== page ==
The Think Forward Initiative is focused on how we make financial decisions. Kirsten Rohde is an expert in this field; she is a professor of Behavioural Economics at Erasmus University Rotterdam (The Netherlands). Rohde focuses on intertemporal choice, an area within behavioural economics which analyses the trade-offs people make between the present and the future. The online magazine ing.world interviewed her recently. In this article she discusses how we can benefit from more insight into people’s financial habits.
Why is it important to understand financial behaviour better?
“A better understanding empowers companies, policymakers, special interest organisations and others to make more effective decisions. Companies, for instance, can use this input to adapt their products. Government agencies and special interest organisations can improve their services and support for individuals.”
What is your biggest challenge in gaining a better understanding of behaviour?
“Trying to get a better understanding of the trade-offs people make between today and tomorrow, and the inconsistencies in these choices. If you only feel the effect of your choices in the distant future, you will make different choices than if you feel the effects immediately. I want to find out what aspects of the future cause this, and to what extent. Is it because the future is unclear (i.e. not knowing what the circumstances will be) or is it because tomorrow appears to be so unimportant for today (I don’t want to worry now about my future needs)?”
To what extent can sensible habits be learned and less sensible ones unlearned?
“Overloading an individual with information – even relevant information – doesn’t work. If you, as a bank, communicate too much information, chances are that the customer will be unable to see the wood for the trees and end up making no choice at all. People are not entirely rational: if you give them a choice of eight investment portfolios, of which seven have a high risk profile, many will be inclined to spread their money evenly over the eight portfolios. But if you, as a bank, make some careful suggestions, you’ll probably get better results.”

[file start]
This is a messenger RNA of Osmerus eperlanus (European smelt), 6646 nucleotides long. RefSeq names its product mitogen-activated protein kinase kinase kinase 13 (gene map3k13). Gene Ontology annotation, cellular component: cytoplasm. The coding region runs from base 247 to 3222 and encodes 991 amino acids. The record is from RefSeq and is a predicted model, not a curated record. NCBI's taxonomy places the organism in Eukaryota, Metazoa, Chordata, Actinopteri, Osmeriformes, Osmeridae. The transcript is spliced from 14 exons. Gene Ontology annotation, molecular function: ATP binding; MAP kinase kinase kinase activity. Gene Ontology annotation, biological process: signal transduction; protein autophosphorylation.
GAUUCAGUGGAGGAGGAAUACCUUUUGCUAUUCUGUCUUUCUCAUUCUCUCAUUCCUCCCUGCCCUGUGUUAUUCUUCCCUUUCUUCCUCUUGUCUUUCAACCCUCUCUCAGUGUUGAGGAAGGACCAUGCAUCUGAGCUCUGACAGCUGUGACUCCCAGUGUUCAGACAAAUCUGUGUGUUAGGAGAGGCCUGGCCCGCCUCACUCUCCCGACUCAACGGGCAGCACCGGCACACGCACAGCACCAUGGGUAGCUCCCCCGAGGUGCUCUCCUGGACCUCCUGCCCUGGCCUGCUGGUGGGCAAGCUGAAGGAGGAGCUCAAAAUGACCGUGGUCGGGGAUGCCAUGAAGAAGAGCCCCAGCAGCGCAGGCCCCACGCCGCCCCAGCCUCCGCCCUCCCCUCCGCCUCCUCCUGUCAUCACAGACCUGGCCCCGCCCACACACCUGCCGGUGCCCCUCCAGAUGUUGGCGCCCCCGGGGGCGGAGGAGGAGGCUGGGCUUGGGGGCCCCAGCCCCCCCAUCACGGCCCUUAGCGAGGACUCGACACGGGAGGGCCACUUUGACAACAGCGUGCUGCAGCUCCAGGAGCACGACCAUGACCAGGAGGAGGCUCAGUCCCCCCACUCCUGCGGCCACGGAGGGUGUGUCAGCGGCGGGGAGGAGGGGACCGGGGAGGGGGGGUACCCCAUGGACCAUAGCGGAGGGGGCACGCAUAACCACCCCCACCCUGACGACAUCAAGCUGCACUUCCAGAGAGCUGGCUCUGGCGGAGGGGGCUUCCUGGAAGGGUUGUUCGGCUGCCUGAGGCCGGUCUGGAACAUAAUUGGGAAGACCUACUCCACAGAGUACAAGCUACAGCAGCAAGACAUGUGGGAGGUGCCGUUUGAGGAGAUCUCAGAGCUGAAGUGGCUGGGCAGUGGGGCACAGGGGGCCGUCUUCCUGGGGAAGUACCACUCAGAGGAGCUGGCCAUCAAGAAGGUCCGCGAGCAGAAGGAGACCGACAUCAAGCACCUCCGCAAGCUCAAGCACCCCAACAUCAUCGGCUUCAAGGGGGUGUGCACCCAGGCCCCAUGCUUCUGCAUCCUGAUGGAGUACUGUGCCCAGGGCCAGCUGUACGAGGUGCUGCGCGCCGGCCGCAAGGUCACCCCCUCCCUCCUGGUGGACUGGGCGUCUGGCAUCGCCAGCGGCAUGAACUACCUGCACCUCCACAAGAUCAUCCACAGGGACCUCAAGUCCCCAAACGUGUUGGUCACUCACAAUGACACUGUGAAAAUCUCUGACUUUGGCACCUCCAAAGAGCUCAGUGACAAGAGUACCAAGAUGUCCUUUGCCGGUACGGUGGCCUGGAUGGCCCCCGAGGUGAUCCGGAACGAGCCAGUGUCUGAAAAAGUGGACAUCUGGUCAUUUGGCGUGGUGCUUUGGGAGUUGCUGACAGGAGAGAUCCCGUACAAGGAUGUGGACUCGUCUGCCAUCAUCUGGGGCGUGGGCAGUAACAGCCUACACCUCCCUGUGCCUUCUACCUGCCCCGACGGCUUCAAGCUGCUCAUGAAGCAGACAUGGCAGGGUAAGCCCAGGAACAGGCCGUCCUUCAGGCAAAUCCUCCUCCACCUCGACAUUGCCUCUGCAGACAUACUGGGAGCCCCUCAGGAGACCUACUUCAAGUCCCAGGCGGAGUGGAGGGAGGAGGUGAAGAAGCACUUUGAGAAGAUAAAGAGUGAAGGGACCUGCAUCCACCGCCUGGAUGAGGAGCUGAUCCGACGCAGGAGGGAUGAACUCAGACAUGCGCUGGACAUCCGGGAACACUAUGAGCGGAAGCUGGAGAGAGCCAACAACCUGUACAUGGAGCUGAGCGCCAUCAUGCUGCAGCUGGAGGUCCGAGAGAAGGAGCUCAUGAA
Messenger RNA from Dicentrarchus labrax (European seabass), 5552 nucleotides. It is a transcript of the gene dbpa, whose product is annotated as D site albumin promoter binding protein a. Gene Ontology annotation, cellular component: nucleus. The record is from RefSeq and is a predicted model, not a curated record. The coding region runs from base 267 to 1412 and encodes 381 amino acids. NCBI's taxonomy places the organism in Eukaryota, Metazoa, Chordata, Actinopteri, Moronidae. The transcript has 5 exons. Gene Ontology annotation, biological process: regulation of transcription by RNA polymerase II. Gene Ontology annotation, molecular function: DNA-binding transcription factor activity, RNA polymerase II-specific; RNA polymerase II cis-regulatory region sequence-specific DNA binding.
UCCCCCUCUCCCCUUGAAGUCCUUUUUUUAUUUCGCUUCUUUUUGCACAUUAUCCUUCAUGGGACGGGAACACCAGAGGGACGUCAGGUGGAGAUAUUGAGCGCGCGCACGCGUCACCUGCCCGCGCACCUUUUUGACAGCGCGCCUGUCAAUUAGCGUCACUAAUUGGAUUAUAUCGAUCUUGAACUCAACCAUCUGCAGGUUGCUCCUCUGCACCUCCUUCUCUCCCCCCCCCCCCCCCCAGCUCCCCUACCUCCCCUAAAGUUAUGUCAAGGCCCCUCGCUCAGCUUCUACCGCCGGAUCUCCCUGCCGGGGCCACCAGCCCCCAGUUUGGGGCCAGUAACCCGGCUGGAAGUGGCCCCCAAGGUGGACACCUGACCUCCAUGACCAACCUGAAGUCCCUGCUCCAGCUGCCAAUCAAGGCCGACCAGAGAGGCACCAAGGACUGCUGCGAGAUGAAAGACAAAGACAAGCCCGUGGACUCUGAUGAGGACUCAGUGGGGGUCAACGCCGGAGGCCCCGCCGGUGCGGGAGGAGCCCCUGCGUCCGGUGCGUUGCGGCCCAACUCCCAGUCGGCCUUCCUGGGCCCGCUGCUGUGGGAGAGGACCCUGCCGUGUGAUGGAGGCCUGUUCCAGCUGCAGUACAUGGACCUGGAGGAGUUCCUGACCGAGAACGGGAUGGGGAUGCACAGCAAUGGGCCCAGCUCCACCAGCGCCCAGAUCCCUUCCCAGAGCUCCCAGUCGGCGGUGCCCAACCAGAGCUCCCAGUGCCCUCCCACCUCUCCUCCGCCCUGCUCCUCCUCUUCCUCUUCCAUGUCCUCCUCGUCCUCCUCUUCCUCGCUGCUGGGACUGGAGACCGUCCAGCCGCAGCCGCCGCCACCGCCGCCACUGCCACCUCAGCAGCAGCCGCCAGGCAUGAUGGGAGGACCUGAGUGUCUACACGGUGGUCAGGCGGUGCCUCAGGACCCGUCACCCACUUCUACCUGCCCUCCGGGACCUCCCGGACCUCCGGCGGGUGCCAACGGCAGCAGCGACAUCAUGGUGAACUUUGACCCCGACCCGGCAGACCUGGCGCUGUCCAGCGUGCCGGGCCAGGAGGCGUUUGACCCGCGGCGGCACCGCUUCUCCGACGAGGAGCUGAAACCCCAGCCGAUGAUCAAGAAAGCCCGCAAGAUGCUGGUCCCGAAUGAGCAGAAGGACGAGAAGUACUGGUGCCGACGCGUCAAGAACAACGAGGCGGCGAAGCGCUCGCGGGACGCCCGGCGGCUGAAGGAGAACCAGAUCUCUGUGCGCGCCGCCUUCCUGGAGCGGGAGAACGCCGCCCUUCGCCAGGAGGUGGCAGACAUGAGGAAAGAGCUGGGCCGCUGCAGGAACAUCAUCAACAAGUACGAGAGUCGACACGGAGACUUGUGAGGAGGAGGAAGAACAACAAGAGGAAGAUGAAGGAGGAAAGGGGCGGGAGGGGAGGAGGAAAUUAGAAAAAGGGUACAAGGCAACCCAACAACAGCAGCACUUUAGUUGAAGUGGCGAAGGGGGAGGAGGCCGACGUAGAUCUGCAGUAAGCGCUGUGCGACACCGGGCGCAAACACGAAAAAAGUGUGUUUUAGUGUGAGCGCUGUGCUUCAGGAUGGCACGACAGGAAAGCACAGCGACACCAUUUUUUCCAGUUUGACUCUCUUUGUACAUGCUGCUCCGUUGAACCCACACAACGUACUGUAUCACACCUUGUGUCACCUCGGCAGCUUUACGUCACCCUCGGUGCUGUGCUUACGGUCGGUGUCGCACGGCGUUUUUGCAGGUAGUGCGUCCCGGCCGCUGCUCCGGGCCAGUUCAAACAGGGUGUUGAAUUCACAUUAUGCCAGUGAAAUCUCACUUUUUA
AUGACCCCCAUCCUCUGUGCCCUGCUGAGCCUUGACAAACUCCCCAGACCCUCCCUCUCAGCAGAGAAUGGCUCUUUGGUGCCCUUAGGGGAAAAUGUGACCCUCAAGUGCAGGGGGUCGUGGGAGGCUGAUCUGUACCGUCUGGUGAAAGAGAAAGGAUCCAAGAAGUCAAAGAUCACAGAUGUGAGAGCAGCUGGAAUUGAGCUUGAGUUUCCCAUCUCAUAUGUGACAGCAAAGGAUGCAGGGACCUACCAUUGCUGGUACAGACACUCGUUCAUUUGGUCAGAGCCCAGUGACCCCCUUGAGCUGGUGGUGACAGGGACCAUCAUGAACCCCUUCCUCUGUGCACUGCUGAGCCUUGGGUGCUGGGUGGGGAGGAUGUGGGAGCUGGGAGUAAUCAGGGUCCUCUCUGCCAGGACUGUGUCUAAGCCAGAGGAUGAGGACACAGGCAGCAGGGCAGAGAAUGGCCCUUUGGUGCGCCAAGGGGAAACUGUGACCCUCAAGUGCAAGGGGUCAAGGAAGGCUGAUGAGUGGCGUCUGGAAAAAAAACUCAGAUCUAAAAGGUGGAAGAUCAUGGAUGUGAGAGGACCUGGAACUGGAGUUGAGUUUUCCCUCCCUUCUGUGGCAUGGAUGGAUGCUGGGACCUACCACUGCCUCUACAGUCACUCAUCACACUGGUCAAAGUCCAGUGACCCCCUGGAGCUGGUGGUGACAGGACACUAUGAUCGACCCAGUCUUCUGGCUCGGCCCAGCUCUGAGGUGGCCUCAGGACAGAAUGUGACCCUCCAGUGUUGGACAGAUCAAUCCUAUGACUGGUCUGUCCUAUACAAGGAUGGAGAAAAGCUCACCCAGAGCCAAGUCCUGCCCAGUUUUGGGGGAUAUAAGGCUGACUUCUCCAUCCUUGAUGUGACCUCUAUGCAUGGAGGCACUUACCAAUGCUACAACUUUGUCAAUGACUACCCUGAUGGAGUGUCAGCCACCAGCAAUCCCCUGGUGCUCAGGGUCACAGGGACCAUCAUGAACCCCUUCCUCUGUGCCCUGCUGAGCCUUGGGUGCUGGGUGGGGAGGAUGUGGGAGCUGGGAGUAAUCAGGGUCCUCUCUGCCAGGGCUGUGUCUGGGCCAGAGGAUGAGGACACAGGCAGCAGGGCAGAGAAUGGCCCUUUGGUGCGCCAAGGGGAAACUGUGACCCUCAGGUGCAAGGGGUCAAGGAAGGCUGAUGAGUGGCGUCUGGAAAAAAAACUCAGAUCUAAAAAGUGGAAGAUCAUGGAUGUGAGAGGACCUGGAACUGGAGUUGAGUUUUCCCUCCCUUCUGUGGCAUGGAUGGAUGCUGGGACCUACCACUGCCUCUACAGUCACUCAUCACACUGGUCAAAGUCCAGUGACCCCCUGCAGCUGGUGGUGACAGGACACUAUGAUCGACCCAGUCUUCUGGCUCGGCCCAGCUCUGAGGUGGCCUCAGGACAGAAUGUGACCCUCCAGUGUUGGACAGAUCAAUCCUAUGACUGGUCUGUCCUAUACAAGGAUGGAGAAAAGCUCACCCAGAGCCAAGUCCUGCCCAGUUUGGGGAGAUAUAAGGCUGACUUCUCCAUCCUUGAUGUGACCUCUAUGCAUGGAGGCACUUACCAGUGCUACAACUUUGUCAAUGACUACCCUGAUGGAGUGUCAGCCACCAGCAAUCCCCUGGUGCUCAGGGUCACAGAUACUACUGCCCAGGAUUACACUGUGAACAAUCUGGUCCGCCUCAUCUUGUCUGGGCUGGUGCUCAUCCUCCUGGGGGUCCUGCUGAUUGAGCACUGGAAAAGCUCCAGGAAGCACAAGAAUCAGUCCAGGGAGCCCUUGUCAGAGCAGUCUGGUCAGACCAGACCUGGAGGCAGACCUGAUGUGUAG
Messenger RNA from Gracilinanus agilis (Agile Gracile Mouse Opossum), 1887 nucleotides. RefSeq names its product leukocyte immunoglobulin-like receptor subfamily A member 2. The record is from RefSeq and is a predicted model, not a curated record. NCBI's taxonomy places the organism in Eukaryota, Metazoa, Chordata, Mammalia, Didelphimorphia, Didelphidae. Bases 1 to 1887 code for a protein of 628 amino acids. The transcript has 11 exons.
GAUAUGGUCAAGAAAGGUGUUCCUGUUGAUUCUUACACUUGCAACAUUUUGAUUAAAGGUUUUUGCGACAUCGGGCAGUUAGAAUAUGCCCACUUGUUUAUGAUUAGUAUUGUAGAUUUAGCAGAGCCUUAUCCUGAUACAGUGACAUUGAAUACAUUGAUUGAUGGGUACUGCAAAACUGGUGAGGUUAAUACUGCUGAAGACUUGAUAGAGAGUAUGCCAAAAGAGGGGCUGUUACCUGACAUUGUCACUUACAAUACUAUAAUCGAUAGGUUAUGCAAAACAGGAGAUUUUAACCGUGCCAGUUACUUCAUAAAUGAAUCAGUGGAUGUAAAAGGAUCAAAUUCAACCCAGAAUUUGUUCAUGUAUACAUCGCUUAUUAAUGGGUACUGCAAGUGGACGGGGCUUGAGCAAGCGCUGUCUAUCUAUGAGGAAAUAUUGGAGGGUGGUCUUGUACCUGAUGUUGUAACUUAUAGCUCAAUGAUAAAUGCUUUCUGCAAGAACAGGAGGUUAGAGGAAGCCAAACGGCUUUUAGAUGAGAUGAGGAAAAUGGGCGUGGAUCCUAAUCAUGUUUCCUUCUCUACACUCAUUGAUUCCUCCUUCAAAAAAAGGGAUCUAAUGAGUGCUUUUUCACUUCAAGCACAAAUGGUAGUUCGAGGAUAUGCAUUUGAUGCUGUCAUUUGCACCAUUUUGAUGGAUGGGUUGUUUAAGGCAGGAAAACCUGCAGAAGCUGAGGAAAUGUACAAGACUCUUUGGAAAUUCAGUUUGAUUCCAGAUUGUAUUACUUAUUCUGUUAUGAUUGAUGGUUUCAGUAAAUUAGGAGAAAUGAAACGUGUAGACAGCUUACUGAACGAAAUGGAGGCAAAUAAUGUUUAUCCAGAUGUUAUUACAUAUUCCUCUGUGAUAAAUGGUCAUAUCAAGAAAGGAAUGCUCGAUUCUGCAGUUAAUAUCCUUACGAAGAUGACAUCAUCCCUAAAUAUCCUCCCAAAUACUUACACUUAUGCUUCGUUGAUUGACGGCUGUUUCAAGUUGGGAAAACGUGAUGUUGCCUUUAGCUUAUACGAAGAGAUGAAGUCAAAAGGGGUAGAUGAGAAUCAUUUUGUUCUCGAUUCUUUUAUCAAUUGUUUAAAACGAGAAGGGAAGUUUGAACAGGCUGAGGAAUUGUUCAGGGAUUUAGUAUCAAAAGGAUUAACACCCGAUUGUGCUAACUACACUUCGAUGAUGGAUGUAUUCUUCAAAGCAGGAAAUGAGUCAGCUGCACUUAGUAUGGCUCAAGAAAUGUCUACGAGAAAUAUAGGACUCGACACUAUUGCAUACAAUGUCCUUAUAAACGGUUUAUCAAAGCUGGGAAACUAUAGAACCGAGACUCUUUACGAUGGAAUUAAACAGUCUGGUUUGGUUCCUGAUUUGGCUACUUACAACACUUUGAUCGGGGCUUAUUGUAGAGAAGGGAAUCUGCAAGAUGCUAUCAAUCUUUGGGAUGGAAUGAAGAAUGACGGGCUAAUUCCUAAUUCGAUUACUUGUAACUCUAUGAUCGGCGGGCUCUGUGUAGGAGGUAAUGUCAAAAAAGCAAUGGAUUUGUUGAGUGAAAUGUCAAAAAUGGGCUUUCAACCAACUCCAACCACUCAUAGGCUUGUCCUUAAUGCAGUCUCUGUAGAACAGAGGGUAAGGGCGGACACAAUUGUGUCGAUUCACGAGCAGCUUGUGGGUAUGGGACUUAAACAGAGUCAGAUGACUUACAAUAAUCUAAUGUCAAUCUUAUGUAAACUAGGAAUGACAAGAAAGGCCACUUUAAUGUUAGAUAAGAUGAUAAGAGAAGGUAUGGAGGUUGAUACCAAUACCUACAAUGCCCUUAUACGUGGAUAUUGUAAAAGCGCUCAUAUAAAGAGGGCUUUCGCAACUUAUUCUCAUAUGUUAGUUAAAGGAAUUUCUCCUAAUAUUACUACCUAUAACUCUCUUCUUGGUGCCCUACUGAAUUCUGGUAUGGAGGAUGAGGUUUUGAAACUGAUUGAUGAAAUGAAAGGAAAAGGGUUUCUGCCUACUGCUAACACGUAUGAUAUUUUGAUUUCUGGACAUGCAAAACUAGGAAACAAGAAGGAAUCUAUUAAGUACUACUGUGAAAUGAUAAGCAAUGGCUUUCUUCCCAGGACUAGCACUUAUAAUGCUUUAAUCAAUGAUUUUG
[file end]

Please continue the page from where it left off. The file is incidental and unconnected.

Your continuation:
“Overloading an individual with information – even relevant information – doesn’t work”
Any suggestions for a bank that wants to do its bit for society?
“What could work is a few gentle nudges in a certain direction. That way, you can help the customer make the right choices by keeping your information simple, relevant and not too detailed. Transparency is important, and so is showing your intention to put the customer’s interest first. What a bank could use in a good way is the knowledge that people are generally creatures of habit. A temporary nudge can produce permanently better results.” In line with its purpose and the general appeal of the European Economic and Social Committee (EESC), ING and some renowned partners have decided to bring together experts, consumer interest organisations, policymakers and other firms. The objective is to clarify the most important challenges regarding ‘behavioural biases in financial decision-making’ and to agree on joint actions.
Kirsten Rohde is professor of Behavioural Economics at Erasmus University Rotterdam. She mainly focuses on intertemporal choice, an area within behavioural economics which analyses the trade-offs people make between the present and the future. Her interest lies in developing ‘nudges’ to help people overcome this type of irrationalities. Rohde believes in nudging, an intervention based on scientific behavioural knowledge, where people are given a little nudge in a certain direction to help them overcome irrational behaviour, such as the gap between planning and doing.